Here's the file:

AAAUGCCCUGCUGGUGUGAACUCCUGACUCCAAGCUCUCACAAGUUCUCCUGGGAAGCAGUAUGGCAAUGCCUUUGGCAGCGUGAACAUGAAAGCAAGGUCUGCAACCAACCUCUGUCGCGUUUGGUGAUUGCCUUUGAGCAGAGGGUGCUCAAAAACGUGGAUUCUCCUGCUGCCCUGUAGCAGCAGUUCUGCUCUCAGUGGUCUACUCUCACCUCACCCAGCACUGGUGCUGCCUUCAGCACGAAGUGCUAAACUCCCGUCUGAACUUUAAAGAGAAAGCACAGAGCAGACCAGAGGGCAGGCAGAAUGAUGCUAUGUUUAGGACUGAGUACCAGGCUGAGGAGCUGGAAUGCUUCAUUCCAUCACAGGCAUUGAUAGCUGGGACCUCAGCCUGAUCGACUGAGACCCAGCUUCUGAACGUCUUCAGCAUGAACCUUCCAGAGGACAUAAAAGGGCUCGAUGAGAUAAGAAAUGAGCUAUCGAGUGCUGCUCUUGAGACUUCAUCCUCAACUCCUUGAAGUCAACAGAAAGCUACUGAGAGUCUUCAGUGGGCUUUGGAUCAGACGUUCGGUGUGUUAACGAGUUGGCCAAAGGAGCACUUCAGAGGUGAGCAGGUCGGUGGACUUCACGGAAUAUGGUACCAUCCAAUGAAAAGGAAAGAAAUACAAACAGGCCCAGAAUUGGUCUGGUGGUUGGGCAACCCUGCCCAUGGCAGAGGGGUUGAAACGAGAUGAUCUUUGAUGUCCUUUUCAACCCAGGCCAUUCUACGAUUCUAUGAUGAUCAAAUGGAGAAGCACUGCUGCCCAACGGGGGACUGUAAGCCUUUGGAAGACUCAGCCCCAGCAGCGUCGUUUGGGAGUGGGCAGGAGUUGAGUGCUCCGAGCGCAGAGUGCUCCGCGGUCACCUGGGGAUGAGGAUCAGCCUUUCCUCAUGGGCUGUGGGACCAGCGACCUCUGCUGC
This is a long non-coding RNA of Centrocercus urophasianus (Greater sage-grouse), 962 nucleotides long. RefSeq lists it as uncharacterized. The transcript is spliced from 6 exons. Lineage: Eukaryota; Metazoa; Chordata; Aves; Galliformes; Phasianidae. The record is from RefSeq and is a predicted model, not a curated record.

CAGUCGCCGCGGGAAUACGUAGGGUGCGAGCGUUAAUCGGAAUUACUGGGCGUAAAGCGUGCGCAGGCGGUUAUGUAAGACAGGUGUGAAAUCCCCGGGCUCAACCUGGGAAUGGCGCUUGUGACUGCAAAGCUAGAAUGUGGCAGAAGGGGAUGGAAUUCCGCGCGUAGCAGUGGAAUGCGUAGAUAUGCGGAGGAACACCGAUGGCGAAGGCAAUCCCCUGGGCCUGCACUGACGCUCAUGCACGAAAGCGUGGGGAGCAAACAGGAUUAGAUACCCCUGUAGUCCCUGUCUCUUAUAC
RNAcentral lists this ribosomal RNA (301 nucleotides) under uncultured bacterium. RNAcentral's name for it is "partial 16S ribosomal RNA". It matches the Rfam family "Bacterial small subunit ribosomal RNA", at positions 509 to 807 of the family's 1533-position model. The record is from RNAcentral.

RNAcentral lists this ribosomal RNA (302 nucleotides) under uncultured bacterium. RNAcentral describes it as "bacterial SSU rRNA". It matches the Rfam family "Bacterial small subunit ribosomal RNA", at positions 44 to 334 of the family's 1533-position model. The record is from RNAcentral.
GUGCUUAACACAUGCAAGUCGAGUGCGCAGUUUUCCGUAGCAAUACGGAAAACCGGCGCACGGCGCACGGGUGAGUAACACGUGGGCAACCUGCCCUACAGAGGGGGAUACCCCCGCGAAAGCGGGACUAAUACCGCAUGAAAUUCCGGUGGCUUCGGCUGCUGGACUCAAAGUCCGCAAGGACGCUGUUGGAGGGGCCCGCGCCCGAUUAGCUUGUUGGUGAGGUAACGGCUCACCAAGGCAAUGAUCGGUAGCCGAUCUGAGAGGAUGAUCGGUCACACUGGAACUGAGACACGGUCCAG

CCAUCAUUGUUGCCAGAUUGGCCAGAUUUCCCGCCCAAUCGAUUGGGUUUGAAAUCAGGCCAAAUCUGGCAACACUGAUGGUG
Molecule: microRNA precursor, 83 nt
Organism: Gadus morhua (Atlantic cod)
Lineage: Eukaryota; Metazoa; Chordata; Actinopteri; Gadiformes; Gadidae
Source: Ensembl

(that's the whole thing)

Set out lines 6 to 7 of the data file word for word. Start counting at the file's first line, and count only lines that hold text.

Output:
GUGCUUAACACAUGCAAGUCGAGUGCGCAGUUUUCCGUAGCAAUACGGAAAACCGGCGCACGGCGCACGGGUGAGUAACACGUGGGCAACCUGCCCUACAGAGGGGGAUACCCCCGCGAAAGCGGGACUAAUACCGCAUGAAAUUCCGGUGGCUUCGGCUGCUGGACUCAAAGUCCGCAAGGACGCUGUUGGAGGGGCCCGCGCCCGAUUAGCUUGUUGGUGAGGUAACGGCUCACCAAGGCAAUGAUCGGUAGCCGAUCUGAGAGGAUGAUCGGUCACACUGGAACUGAGACACGGUCCAG

CCAUCAUUGUUGCCAGAUUGGCCAGAUUUCCCGCCCAAUCGAUUGGGUUUGAAAUCAGGCCAAAUCUGGCAACACUGAUGGUG